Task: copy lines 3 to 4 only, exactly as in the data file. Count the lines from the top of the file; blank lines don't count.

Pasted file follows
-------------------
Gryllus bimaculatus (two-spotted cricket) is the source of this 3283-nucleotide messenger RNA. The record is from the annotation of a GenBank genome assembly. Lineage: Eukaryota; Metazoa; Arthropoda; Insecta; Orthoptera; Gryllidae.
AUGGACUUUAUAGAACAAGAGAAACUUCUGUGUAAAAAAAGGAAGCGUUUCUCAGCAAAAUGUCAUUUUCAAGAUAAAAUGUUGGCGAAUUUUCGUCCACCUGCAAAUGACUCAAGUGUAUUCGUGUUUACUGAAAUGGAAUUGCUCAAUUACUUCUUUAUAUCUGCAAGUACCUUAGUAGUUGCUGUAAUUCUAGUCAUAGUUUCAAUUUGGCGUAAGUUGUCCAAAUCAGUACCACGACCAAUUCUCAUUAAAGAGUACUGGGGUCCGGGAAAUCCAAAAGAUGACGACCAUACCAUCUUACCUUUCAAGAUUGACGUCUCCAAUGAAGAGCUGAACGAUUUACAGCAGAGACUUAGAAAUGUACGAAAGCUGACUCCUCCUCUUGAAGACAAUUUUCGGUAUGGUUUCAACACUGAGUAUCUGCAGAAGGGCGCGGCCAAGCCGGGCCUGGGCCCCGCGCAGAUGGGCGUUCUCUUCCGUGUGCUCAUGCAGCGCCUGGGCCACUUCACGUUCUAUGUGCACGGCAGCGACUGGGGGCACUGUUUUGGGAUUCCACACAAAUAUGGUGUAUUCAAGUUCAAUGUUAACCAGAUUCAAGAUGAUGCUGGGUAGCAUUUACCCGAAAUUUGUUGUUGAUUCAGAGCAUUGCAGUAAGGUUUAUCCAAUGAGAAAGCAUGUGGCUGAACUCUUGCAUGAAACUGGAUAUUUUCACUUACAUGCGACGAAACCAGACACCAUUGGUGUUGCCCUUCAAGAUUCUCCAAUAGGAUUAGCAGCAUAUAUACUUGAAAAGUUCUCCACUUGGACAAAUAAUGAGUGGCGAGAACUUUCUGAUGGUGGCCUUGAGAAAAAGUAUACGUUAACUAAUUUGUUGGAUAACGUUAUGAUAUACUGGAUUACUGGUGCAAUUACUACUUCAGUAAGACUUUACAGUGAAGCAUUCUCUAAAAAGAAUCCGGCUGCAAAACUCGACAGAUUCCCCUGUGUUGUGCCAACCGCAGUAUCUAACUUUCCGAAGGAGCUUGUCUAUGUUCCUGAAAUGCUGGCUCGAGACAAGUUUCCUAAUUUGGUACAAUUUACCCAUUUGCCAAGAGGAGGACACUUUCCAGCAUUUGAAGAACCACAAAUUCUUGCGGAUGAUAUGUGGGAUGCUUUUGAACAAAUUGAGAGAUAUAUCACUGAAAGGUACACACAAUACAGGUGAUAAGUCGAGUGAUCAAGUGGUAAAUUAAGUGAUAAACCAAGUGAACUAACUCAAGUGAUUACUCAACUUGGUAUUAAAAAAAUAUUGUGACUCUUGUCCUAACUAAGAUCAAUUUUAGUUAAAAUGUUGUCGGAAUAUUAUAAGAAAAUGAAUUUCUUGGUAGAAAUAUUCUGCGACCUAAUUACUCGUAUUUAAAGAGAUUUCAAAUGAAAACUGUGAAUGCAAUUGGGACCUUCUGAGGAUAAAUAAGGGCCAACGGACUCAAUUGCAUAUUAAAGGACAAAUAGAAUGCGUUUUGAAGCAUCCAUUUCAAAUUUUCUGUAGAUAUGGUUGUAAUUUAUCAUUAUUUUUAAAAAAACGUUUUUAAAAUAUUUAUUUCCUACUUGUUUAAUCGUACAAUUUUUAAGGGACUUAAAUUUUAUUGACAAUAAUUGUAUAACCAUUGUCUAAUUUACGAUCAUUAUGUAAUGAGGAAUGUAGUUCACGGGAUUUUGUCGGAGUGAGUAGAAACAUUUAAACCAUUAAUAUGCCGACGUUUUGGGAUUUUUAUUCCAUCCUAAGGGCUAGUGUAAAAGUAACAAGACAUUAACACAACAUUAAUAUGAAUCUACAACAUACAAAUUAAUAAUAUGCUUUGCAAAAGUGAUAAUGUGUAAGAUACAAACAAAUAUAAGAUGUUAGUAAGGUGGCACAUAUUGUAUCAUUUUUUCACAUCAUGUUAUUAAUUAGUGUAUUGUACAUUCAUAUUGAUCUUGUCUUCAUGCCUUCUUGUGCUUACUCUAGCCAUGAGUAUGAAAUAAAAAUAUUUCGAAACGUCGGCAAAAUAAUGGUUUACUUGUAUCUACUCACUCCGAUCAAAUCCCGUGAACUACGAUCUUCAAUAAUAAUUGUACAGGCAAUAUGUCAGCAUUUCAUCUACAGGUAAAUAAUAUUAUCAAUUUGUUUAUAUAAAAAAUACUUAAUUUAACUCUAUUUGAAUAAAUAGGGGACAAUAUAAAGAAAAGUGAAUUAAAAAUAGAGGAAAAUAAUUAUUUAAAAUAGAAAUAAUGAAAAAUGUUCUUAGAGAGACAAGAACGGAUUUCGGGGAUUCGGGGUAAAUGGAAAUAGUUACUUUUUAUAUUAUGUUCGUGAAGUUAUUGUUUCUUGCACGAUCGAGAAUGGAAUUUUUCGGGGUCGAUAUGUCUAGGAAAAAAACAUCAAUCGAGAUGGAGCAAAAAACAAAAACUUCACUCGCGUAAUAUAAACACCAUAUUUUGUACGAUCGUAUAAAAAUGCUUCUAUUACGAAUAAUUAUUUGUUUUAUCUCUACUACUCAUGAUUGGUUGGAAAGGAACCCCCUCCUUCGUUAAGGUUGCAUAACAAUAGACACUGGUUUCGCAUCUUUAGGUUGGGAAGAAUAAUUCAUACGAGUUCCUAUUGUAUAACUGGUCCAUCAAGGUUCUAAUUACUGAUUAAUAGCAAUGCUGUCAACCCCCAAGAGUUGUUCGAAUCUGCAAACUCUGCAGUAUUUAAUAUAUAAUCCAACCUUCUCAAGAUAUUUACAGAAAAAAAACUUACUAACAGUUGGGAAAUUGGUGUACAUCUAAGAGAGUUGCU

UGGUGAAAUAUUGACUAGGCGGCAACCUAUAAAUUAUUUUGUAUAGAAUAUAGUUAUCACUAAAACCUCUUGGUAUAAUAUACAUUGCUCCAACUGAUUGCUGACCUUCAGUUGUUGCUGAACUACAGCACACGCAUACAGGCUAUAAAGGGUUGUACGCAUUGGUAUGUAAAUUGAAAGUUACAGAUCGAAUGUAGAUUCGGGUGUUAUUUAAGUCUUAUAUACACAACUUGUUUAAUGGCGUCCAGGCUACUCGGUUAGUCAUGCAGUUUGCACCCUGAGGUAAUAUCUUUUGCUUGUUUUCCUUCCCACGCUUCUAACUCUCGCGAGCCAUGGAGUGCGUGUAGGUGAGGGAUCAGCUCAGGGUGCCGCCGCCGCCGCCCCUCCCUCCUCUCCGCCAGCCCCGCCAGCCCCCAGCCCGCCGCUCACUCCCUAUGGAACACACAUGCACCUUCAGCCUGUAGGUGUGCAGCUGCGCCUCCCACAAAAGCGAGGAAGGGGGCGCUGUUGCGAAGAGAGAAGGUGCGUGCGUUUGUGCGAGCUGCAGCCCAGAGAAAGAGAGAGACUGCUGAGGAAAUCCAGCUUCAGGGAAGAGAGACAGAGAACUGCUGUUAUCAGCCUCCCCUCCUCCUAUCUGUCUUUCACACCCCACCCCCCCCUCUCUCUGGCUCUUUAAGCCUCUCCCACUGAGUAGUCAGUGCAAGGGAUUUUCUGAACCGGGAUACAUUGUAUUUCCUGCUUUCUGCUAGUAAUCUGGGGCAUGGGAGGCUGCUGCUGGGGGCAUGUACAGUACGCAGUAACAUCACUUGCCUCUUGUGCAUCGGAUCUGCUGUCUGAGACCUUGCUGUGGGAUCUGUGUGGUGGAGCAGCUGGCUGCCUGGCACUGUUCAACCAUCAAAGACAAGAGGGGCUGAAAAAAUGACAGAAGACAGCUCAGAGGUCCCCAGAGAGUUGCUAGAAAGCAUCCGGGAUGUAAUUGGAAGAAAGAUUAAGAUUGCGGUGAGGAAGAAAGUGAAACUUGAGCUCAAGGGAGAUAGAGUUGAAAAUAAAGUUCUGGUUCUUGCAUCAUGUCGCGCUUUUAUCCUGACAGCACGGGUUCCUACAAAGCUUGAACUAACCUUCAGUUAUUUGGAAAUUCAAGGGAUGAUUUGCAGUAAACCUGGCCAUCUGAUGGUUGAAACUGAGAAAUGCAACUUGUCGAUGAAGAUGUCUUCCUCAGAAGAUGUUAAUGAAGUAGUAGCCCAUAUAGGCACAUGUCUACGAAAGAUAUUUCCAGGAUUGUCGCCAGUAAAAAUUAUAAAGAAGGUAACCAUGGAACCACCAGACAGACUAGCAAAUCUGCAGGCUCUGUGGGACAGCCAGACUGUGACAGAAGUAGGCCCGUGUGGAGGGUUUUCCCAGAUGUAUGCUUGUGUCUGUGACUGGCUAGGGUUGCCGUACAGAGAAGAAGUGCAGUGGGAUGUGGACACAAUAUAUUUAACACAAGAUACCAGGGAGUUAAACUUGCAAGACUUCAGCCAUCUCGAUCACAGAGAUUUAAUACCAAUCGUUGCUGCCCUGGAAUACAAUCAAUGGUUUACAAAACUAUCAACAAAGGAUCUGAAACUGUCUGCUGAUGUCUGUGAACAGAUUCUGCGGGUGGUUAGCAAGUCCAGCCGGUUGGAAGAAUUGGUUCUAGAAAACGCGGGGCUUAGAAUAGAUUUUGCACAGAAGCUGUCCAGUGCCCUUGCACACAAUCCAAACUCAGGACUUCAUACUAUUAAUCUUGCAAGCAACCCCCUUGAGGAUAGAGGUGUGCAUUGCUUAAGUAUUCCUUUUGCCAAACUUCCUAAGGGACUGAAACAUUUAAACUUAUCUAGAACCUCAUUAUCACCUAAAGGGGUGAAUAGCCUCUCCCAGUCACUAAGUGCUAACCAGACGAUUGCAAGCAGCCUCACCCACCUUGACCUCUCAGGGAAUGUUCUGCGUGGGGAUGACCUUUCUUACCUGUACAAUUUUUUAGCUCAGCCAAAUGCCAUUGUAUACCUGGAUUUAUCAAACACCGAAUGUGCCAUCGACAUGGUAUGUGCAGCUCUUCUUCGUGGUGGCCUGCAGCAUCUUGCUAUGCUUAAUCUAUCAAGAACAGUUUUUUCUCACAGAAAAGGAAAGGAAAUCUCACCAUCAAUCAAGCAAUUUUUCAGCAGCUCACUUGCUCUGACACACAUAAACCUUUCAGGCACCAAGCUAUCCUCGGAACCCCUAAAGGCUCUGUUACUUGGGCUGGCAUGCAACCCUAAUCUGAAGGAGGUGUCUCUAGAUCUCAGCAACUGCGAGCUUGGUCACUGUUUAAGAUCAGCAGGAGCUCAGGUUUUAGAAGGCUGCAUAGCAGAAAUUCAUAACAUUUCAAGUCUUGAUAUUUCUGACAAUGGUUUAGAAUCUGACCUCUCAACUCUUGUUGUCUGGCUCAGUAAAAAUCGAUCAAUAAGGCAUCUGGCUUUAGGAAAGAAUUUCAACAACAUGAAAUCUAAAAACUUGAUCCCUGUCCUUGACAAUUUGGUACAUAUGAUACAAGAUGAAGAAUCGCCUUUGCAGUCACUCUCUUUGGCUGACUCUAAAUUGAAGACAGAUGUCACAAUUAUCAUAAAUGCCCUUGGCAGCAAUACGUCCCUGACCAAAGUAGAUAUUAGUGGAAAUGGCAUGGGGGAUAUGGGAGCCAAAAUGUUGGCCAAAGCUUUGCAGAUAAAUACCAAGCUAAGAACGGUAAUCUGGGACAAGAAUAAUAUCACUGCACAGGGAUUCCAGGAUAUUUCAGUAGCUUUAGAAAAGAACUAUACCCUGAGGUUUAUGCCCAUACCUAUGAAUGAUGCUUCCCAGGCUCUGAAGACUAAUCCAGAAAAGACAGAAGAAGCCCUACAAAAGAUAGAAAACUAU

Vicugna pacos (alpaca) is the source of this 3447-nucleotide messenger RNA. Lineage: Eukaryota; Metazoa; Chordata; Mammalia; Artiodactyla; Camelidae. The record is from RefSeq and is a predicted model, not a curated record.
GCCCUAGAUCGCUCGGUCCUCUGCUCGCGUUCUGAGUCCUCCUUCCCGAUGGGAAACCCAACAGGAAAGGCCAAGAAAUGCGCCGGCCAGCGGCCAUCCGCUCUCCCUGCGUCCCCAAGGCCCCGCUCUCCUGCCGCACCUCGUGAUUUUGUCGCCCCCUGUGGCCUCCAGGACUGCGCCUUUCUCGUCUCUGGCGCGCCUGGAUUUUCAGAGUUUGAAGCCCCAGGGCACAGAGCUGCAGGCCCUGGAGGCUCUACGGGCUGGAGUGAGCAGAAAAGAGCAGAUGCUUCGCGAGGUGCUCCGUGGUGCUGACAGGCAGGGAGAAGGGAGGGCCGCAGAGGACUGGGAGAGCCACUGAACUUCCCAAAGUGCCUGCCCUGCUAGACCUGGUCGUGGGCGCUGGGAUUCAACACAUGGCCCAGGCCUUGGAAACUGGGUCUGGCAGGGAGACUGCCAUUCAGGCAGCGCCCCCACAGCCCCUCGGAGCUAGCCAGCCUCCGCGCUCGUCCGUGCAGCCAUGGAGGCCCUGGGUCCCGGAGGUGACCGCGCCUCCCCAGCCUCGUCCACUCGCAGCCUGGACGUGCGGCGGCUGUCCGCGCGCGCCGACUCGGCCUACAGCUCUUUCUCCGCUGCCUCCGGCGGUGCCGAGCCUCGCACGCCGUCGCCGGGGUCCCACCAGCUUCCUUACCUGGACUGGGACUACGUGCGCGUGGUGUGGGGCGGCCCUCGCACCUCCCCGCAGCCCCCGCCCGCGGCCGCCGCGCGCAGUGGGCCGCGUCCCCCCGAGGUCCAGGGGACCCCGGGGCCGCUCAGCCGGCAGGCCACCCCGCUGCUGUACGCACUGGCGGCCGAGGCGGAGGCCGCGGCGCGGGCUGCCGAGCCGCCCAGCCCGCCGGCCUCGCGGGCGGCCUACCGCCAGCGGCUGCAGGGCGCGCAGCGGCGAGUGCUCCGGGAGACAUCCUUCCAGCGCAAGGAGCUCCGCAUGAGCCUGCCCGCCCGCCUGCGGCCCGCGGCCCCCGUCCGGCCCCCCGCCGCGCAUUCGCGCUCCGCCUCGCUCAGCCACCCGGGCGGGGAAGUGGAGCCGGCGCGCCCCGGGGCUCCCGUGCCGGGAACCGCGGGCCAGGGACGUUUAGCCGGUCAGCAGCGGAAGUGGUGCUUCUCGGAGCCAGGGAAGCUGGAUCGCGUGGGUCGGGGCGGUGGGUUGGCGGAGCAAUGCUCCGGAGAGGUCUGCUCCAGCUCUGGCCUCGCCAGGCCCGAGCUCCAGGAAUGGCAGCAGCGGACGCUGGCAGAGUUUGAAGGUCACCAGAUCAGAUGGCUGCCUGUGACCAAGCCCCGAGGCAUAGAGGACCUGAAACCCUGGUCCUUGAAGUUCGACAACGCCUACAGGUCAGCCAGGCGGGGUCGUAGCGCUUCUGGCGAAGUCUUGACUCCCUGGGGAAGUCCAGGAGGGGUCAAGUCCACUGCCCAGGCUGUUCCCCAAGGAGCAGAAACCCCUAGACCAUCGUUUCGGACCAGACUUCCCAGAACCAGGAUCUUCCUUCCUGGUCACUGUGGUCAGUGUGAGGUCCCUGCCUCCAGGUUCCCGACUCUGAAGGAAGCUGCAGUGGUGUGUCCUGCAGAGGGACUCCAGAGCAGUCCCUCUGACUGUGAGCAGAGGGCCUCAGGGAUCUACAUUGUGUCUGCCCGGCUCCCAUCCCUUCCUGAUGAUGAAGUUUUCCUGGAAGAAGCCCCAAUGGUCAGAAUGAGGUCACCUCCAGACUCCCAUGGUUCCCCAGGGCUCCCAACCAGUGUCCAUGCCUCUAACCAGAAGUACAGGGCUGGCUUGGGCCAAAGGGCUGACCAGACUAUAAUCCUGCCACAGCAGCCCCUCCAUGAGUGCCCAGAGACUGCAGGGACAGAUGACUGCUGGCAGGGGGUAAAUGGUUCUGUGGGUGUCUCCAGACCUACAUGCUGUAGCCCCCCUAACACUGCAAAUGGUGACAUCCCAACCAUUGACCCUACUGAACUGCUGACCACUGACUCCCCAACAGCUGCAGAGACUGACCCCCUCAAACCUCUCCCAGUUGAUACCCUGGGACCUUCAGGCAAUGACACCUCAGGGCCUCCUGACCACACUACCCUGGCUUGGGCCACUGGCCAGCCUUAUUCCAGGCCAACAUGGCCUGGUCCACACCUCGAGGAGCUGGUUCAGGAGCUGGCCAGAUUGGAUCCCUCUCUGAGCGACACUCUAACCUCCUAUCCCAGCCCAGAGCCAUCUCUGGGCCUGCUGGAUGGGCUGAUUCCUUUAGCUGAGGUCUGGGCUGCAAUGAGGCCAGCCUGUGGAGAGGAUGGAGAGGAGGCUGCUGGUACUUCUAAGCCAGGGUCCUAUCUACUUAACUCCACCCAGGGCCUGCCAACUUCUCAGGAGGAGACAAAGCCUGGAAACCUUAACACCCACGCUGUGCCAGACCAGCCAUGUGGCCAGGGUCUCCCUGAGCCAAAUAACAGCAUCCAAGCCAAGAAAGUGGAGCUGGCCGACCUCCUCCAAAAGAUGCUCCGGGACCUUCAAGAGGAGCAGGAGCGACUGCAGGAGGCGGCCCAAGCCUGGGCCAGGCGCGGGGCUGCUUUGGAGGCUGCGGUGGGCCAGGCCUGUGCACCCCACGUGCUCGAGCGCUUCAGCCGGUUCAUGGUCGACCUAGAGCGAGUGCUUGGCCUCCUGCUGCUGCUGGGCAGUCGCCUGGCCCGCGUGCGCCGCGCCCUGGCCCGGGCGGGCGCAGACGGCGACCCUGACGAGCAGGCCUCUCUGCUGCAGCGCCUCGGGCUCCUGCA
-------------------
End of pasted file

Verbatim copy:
UGGUGAAAUAUUGACUAGGCGGCAACCUAUAAAUUAUUUUGUAUAGAAUAUAGUUAUCACUAAAACCUCUUGGUAUAAUAUACAUUGCUCCAACUGAUUGCUGACCUUCAGUUGUUGCUGAACUACAGCACACGCAUACAGGCUAUAAAGGGUUGUACGCAUUGGUAUGUAAAUUGAAAGUUACAGAUCGAAUGUAGAUUCGGGUGUUAUUUAAGUCUUAUAUACACAACUUGUUUAAUGGCGUCCAGGCUACUCGGUUAGUCAUGCAGUUUGCACCCUGAGGUAAUAUCUUUUGCUUGUUUUCCUUCCCACGCUUCUAACUCUCGCGAGCCAUGGAGUGCGUGUAGGUGAGGGAUCAGCUCAGGGUGCCGCCGCCGCCGCCCCUCCCUCCUCUCCGCCAGCCCCGCCAGCCCCCAGCCCGCCGCUCACUCCCUAUGGAACACACAUGCACCUUCAGCCUGUAGGUGUGCAGCUGCGCCUCCCACAAAAGCGAGGAAGGGGGCGCUGUUGCGAAGAGAGAAGGUGCGUGCGUUUGUGCGAGCUGCAGCCCAGAGAAAGAGAGAGACUGCUGAGGAAAUCCAGCUUCAGGGAAGAGAGACAGAGAACUGCUGUUAUCAGCCUCCCCUCCUCCUAUCUGUCUUUCACACCCCACCCCCCCCUCUCUCUGGCUCUUUAAGCCUCUCCCACUGAGUAGUCAGUGCAAGGGAUUUUCUGAACCGGGAUACAUUGUAUUUCCUGCUUUCUGCUAGUAAUCUGGGGCAUGGGAGGCUGCUGCUGGGGGCAUGUACAGUACGCAGUAACAUCACUUGCCUCUUGUGCAUCGGAUCUGCUGUCUGAGACCUUGCUGUGGGAUCUGUGUGGUGGAGCAGCUGGCUGCCUGGCACUGUUCAACCAUCAAAGACAAGAGGGGCUGAAAAAAUGACAGAAGACAGCUCAGAGGUCCCCAGAGAGUUGCUAGAAAGCAUCCGGGAUGUAAUUGGAAGAAAGAUUAAGAUUGCGGUGAGGAAGAAAGUGAAACUUGAGCUCAAGGGAGAUAGAGUUGAAAAUAAAGUUCUGGUUCUUGCAUCAUGUCGCGCUUUUAUCCUGACAGCACGGGUUCCUACAAAGCUUGAACUAACCUUCAGUUAUUUGGAAAUUCAAGGGAUGAUUUGCAGUAAACCUGGCCAUCUGAUGGUUGAAACUGAGAAAUGCAACUUGUCGAUGAAGAUGUCUUCCUCAGAAGAUGUUAAUGAAGUAGUAGCCCAUAUAGGCACAUGUCUACGAAAGAUAUUUCCAGGAUUGUCGCCAGUAAAAAUUAUAAAGAAGGUAACCAUGGAACCACCAGACAGACUAGCAAAUCUGCAGGCUCUGUGGGACAGCCAGACUGUGACAGAAGUAGGCCCGUGUGGAGGGUUUUCCCAGAUGUAUGCUUGUGUCUGUGACUGGCUAGGGUUGCCGUACAGAGAAGAAGUGCAGUGGGAUGUGGACACAAUAUAUUUAACACAAGAUACCAGGGAGUUAAACUUGCAAGACUUCAGCCAUCUCGAUCACAGAGAUUUAAUACCAAUCGUUGCUGCCCUGGAAUACAAUCAAUGGUUUACAAAACUAUCAACAAAGGAUCUGAAACUGUCUGCUGAUGUCUGUGAACAGAUUCUGCGGGUGGUUAGCAAGUCCAGCCGGUUGGAAGAAUUGGUUCUAGAAAACGCGGGGCUUAGAAUAGAUUUUGCACAGAAGCUGUCCAGUGCCCUUGCACACAAUCCAAACUCAGGACUUCAUACUAUUAAUCUUGCAAGCAACCCCCUUGAGGAUAGAGGUGUGCAUUGCUUAAGUAUUCCUUUUGCCAAACUUCCUAAGGGACUGAAACAUUUAAACUUAUCUAGAACCUCAUUAUCACCUAAAGGGGUGAAUAGCCUCUCCCAGUCACUAAGUGCUAACCAGACGAUUGCAAGCAGCCUCACCCACCUUGACCUCUCAGGGAAUGUUCUGCGUGGGGAUGACCUUUCUUACCUGUACAAUUUUUUAGCUCAGCCAAAUGCCAUUGUAUACCUGGAUUUAUCAAACACCGAAUGUGCCAUCGACAUGGUAUGUGCAGCUCUUCUUCGUGGUGGCCUGCAGCAUCUUGCUAUGCUUAAUCUAUCAAGAACAGUUUUUUCUCACAGAAAAGGAAAGGAAAUCUCACCAUCAAUCAAGCAAUUUUUCAGCAGCUCACUUGCUCUGACACACAUAAACCUUUCAGGCACCAAGCUAUCCUCGGAACCCCUAAAGGCUCUGUUACUUGGGCUGGCAUGCAACCCUAAUCUGAAGGAGGUGUCUCUAGAUCUCAGCAACUGCGAGCUUGGUCACUGUUUAAGAUCAGCAGGAGCUCAGGUUUUAGAAGGCUGCAUAGCAGAAAUUCAUAACAUUUCAAGUCUUGAUAUUUCUGACAAUGGUUUAGAAUCUGACCUCUCAACUCUUGUUGUCUGGCUCAGUAAAAAUCGAUCAAUAAGGCAUCUGGCUUUAGGAAAGAAUUUCAACAACAUGAAAUCUAAAAACUUGAUCCCUGUCCUUGACAAUUUGGUACAUAUGAUACAAGAUGAAGAAUCGCCUUUGCAGUCACUCUCUUUGGCUGACUCUAAAUUGAAGACAGAUGUCACAAUUAUCAUAAAUGCCCUUGGCAGCAAUACGUCCCUGACCAAAGUAGAUAUUAGUGGAAAUGGCAUGGGGGAUAUGGGAGCCAAAAUGUUGGCCAAAGCUUUGCAGAUAAAUACCAAGCUAAGAACGGUAAUCUGGGACAAGAAUAAUAUCACUGCACAGGGAUUCCAGGAUAUUUCAGUAGCUUUAGAAAAGAACUAUACCCUGAGGUUUAUGCCCAUACCUAUGAAUGAUGCUUCCCAGGCUCUGAAGACUAAUCCAGAAAAGACAGAAGAAGCCCUACAAAAGAUAGAAAACUAU

Vicugna pacos (alpaca) is the source of this 3447-nucleotide messenger RNA. Lineage: Eukaryota; Metazoa; Chordata; Mammalia; Artiodactyla; Camelidae. The record is from RefSeq and is a predicted model, not a curated record.